In addition to being at the heart of droplet-based microfluidics and micromanipulation, capillary flows and wetting phenomena still pose a number of exciting fundamental challenges nowadays. To cite but one key-example, problems involving moving contact lines have been modeled by a number of rather different approaches (hydrodynamics, kinetic theory, DFT, molecular dynamics, …) between which a true consensus does not seem to have emerged yet. On top of this, complications occur when it comes to dealing e.g. with phase change, electric fields, soft substrates, … not to mention complex fluids (nanoparticle solutions, surfactants, …) and structured substrates (chemically or geometrically) leading to pinning, contact angle hysteresis and super-hydrophobicity.
When surface active species accumulate at interfaces, they not only change the thermodynamic properties, but they can have microstructures with significant mechanical strength. These structures can strongly couple to hydrodynamic forces, resulting in nonlinear rheological properties and complex constitutive relations linking the deformations of the interface to the surface stress. In such cases we need to go beyond the Young-Laplace equation to describe the response of the fluid-fluid interface but describe, measure,and model the deviatoric stresses which occur when the interface is deformed. Not only viscous, but also strongly viscoelastic responses are observed and of interest.
Fluidic microrobotics is an emerging field where capillary effects can be used to develop motion and/or to apply force on microsystems. Numerous applications are emerging among which floating robots, drobots (droplets robots), capillary bearings. Micromanipulation of components also develops thanks to capillary effects: capillary gripping, hybrid assembly, thermocapillary micromanipulation are exciting fields under research.
Capillary forces can be used as a driving force to bring together nanoparticles into organised superstructures. Due to favourable scaling of capillary forces these interactions are compelling not only for assembling nanoparticles but also for positioning and assembling micrometer sized components. Current research includes the application of these interactions for fabricating nanoparticle superstructures as well as the assembly of MEMS devices.
Imagine a world where tiny robots manipulate microscopic objects quickly, accurately and efficiently. They exploit surface tension, which is a powerful force in their miniature world. Their optimized microstructures help them to handle the complex dynamics of contact lines. They have developed the ultimate waterproofing and self-cleaning solutions. Such world already exists… Nature invented it. In the last few hundred million years, plants and insects developed many mechanisms based on capillary effects. Most are still unexplained, even probably unknown. They represent an endless source of inspiration for microengineering applications
Engineering at the small scale using surface tension effects requires the control of these effects by stimuli such as surfactants, temperature (thermocapillarity, Marangoni flows), pressure, electric fields (electrowetting, liquid dielectrophoresis)
Microfluidics is a highly multidisciplinary field combining advanced knowledge in Physics, Chemistry and Biology. Examples of cutting-edge lab-on-a-chip devices have become plethora today, in which fundamentals are always very close to applications. One of the aims of the conference will be to address current issues encountered in fundamental microfluidics and particularly in which surface tension plays a central role, as for instance in droplets and bubbles formation/flow in microchannels, including the effect of surfactants, electric fields, phase change, etc.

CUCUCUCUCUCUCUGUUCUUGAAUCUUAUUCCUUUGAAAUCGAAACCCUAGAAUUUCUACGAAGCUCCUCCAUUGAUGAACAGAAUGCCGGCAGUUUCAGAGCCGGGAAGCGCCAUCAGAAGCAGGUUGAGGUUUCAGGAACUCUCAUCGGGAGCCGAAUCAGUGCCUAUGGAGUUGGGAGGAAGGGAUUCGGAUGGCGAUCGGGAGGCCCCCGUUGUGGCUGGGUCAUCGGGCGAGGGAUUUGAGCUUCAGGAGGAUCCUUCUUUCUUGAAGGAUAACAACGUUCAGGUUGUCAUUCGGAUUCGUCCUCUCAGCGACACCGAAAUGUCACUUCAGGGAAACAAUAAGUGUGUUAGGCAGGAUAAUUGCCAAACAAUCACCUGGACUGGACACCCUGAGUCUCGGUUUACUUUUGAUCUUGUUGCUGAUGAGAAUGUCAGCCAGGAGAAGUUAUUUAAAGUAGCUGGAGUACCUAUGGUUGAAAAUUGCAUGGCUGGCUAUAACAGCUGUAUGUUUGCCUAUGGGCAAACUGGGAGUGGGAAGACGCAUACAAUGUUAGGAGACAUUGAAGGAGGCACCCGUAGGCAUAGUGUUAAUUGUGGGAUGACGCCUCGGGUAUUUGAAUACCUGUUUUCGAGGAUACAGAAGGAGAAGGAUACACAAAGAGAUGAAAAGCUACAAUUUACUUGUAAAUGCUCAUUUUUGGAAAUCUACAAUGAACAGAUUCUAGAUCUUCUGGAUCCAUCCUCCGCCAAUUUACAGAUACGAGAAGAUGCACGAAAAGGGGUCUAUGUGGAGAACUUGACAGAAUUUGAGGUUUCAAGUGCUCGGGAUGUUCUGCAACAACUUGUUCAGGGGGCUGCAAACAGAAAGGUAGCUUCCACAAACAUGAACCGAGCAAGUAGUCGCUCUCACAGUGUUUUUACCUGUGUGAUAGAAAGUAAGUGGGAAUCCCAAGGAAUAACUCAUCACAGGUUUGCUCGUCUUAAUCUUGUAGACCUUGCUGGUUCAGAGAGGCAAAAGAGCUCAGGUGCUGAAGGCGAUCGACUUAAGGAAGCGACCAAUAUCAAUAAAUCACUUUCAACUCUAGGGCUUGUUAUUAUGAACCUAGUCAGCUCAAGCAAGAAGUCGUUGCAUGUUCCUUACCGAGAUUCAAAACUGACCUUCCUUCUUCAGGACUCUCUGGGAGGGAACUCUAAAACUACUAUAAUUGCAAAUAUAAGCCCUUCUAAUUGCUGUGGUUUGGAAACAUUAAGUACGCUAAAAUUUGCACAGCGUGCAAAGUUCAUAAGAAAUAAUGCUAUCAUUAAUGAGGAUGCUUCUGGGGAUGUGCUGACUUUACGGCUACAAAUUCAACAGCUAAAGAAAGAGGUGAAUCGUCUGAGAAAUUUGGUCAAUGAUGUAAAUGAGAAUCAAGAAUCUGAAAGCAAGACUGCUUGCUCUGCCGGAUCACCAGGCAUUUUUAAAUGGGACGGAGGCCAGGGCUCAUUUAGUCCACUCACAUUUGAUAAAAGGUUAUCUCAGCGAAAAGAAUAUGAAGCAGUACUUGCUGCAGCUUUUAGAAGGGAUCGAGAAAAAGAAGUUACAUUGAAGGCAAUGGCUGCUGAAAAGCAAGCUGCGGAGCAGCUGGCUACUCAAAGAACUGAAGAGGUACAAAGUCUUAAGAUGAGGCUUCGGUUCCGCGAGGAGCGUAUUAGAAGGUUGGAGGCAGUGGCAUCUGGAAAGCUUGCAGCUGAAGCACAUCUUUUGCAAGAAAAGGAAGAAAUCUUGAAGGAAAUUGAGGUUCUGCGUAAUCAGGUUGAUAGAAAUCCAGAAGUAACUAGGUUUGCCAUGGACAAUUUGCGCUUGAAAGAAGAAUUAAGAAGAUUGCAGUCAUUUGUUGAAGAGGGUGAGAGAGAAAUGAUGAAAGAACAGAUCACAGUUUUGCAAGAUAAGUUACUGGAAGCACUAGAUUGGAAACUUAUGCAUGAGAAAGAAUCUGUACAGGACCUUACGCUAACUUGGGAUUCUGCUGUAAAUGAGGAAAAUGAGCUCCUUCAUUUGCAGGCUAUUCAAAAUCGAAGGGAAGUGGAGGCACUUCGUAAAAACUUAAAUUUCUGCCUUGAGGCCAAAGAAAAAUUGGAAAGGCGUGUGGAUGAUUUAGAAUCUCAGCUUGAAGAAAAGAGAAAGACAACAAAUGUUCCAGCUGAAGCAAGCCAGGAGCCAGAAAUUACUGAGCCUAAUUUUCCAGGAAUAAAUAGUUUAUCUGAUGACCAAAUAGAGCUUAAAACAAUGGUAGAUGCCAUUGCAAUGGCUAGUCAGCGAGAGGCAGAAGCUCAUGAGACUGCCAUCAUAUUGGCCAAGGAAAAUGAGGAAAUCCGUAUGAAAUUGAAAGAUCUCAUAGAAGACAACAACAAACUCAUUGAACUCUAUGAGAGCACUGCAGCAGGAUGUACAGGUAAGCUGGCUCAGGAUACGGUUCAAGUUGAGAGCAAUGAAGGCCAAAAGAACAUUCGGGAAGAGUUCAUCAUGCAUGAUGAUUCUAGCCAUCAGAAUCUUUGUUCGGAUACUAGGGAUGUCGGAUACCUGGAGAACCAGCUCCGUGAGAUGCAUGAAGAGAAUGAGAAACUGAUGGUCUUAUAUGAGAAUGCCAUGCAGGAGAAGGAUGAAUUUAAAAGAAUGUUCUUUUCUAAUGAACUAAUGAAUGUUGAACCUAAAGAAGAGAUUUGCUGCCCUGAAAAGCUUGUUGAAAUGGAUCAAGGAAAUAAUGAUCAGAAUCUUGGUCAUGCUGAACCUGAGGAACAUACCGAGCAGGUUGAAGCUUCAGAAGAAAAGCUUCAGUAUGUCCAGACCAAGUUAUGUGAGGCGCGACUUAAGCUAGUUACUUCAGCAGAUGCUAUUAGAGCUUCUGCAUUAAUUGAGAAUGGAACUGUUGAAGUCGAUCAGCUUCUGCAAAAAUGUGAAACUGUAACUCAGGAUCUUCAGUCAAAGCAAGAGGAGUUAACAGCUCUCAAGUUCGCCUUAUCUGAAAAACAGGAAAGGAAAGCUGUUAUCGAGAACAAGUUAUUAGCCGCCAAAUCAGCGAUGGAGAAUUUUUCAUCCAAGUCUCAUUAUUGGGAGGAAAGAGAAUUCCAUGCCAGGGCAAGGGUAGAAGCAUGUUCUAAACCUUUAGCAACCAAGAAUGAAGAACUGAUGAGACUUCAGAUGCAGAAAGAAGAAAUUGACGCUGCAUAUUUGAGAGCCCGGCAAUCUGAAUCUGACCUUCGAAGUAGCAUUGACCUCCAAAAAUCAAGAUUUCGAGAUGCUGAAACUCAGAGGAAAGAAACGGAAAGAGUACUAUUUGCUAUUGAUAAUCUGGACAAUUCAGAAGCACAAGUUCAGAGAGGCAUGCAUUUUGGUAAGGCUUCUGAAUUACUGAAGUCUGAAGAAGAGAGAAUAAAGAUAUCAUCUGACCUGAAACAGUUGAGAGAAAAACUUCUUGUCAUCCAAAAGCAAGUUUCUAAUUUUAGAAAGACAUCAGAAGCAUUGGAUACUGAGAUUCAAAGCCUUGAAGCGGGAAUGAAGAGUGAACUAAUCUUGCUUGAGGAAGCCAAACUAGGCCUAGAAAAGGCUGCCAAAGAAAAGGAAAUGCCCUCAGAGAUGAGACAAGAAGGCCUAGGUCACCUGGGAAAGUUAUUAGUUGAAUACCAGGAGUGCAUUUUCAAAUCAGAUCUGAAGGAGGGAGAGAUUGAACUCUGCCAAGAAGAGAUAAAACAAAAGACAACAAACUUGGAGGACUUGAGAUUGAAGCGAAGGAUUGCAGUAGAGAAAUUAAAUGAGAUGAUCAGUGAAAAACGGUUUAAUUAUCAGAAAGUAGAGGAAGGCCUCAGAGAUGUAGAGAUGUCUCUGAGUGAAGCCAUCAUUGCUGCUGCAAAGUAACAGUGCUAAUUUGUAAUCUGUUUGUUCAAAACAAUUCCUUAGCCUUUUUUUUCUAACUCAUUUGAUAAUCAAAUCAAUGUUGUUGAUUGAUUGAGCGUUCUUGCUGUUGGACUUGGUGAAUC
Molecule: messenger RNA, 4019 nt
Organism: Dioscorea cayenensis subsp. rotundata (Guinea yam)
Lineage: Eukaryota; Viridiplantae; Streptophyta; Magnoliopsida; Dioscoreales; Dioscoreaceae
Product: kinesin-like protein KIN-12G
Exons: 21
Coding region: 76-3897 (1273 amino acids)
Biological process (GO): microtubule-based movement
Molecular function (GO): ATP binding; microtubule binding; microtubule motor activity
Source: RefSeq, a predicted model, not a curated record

A droplet is probably the minimum manipulable quantity of fluid. The interplay between capillary forces and surface forces drives the droplet behavior. Sessile droplets are of importance in applications from coating to cleaning surface for which the evaporation is also an important parameter. From the dynamical point of view, the impact of the droplet on a surface is a central problem in numerous problems: painting, rain, agriculture, printing. As a consequence, droplets can be only approached by a multi-disciplinary view: theory, simulations, experiments and industrial concerns.
Capillary forces are developed by liquids on solids, due to surface tension effects and Laplace pressure. We expect contributions related to capillary forces modelling including modelling of axial forces, lateral capillary forces and capillary torques. Current questions include flexible substrates, dynamical effects, 3D geometries, duality between problem formulation in terms of forces or in terms of energy, molecular dynamics simulations as well as macroscopic models.
Following the steps of ancient scribes, contemporary painters still dip their brushes in water to assemble uneven bristles into an elegant bundle. At small scales, capillary forces are indeed strong enough to bend slender structures. Such elasto-capillary induced deformations are also present in different processes employed in micro-engineering. Capillary forces for instance promote the self-alignement of micro-chips. However, the same forces may permanently deflect micro-cantilevers used in the tiny accelerometers present in safety equipment with disastrous consequences. The coupling between elasticity and surface forces has emerged recently as an important interdisciplinary field where material sciences meet interfacial physics and mechanics.